As he started the engine and began the drive away from the airport towards central Kuvanerk he smiled over at her, pleased to see that she already looked more relaxed now she was in the warmth and security of the car. The faint lines of tension had quickly disappeared from her brow.

“You okay now?” he asked gently.

She blinked at him in surprise. “Er... sure... I’m fine. There’s nothing wrong, really. I was just surprised to see you at the airport, that was all.” She paused slightly. “Thank you for coming to pick me up; it’s really kind of you and I do appreciate it. It was just unexpected and I guess I’m a bit tired. Sorry I haven’t been more talkative...”

He laughed out loud at her reaction. “There’s no need to apologise, Elise! I just thought you seemed tired when you got off the plane, and a bit tense maybe. But you seem more relaxed now.”

He cheeks reddened as she realised that Max was clearly more observant than she had given him credit for, particularly if he’d already noticed how tense she’d been exiting that rickety little plane. She’d spent the last ten years schooling her reactions so that it wasn’t obvious how much she disliked air travel.

“Oh... it’s nothing, really,” she said, still blushing. “I... I’m just sometimes not great at flying, that’s all. I get over it pretty quickly though,” she added, wanting to reassure him that he wasn’t going to be travelling with an emotional wreck of a woman for the next couple of weeks.

“You’re kidding? But don’t you fly all the time?” He looked at her disbelievingly, but seeing the worry in her eyes at his reaction, quickly changed the subject. “Look, we’re heading into Kuvanerk proper now.” He pointed out to her the key local landmarks in the small town so that she could get her bearings before pulling up next to a small hotel.

“Oh!” she exclaimed. “It looks really nice!”

“What did you expect?” He raised an eyebrow at her quizzically, before jumping out of the car and moving round to her side of the vehicle to help her down.

“Well... I kind of figured the town would be much smaller than this, with just a few B&Bs and stores for provisions. I guess I was wrong...”

He laughed. “It’s an easy mistake to make. Sure, the town acts as a gateway to Baffin, and even Greenland and beyond, but it’s also a thriving town in its own right. We have museums, theatres, cinemas... all the things you’d find in any town really.”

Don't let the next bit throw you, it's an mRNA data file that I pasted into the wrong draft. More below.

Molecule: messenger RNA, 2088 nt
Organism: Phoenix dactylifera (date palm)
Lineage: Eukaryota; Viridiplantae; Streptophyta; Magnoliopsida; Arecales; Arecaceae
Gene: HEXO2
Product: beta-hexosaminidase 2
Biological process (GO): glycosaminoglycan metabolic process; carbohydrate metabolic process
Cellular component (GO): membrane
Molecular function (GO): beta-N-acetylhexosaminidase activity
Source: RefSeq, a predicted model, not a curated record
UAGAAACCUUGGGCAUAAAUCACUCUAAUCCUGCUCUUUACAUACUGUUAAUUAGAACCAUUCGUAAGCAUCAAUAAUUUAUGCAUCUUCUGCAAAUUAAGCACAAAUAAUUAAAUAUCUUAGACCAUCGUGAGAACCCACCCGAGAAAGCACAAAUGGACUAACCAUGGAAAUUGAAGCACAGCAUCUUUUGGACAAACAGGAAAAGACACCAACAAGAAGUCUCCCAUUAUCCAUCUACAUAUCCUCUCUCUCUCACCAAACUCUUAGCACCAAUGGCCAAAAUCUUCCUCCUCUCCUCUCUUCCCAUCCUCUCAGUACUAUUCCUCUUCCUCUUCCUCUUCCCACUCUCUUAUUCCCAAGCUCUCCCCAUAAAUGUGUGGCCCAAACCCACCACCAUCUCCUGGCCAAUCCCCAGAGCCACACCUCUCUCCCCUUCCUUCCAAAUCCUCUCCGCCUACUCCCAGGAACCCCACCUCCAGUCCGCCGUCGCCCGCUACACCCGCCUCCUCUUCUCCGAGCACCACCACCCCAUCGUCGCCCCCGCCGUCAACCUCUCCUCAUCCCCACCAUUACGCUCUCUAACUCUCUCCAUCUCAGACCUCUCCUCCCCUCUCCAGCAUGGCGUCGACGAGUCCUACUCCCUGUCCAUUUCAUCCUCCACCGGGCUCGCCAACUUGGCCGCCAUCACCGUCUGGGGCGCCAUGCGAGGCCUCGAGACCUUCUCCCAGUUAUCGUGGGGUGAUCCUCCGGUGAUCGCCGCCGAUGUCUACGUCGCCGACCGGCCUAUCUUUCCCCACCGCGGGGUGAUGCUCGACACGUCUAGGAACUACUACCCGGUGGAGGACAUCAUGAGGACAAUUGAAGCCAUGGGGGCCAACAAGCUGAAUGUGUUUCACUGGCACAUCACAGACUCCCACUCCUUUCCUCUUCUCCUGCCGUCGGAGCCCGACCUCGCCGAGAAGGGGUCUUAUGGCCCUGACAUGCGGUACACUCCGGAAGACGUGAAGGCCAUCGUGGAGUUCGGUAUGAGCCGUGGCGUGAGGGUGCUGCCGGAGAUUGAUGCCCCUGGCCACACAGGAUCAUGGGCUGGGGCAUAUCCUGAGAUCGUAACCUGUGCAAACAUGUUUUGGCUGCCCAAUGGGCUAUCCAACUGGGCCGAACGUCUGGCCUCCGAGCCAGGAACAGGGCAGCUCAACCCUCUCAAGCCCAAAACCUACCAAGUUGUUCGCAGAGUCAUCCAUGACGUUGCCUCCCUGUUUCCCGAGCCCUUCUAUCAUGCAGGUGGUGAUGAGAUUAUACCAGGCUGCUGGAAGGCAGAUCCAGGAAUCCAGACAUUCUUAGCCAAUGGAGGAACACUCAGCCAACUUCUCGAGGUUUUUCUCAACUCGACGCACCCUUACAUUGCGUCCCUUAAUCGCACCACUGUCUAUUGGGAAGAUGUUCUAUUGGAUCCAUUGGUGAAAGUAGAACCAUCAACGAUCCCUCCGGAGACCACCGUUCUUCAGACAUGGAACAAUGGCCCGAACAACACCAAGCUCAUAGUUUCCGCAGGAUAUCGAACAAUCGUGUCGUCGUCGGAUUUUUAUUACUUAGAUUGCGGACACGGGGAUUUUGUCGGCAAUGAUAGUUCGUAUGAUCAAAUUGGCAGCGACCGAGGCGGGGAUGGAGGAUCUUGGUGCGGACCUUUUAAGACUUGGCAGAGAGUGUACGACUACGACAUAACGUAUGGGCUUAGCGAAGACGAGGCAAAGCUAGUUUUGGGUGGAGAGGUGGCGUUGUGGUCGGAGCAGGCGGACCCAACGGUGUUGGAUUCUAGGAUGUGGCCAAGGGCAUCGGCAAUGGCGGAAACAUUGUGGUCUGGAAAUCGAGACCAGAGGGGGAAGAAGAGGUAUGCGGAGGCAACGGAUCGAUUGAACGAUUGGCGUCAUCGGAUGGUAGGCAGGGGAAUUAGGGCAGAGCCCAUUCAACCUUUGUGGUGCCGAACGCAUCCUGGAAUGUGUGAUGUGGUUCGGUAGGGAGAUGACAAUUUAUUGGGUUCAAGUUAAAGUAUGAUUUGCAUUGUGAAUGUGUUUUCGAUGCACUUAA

“We?” Immediately Elise picked up on his use of the pronoun. “I thought you were based in the UK rather than Kuvanerk?”

“I am, but I lived here for over a year and I guess there’s still a part of me that feels tied to this part of the world. I’ll tell you more about my background over dinner. For now though,” he steered her towards the reception desk where an older woman was waiting, beaming, to welcome them to the hotel, “let’s get you checked in and you can get some rest.”

*****

Half an hour later, Elise found herself laying back snuggled into the downy luxury of soft pillows. Max had swiftly checked her into the hotel and made sure that her bags were safely deposited with her, before writing down his room number for her and telling her that she should get a few hours rest before meeting him for dinner that evening.

Well, she thought, “telling her” was more than a bit of an understatement. He was clearly a man who was used to giving orders and expected them to be obeyed without question. It hadn’t even occurred to him that she might have things she needed or wanted to do; she’d had vague thoughts about exploring the town in the few hours she had before dinner.

She sighed. Not that she minded this time, she thought to herself. She was so tired that she’d practically jumped at the chance to take a nap and recharge her now diminishing internal batteries. Max Bryant may be used to giving orders, but he also seemed to be able to read her pretty well, even if he hadn’t met her before. She frowned, knowing how unusual that was. More often than not, men complained that she was impossible to get to know, as she didn’t let people get close enough. Not that that was true. Rather, she was just picky in her choice of confidants, as she’d always felt the need to find a connection with a person before she could really open up and be herself with them.

She slipped deeper into her stack of pillows, resting her head back and letting her eyes drift shut. Max reminded her of her brothers in law. Not that that should have surprised her. She loved Luke, Tom and Alex dearly, but each of them was fiercely protective of his family, which included Elise, and had no qualms about letting his natural, dominant and authoritative masculinity rise to the surface in a display of protectiveness, if he thought the need arose. There was no way any of them would have allowed Elise to be accompanied by someone who didn’t match their own ideals and values.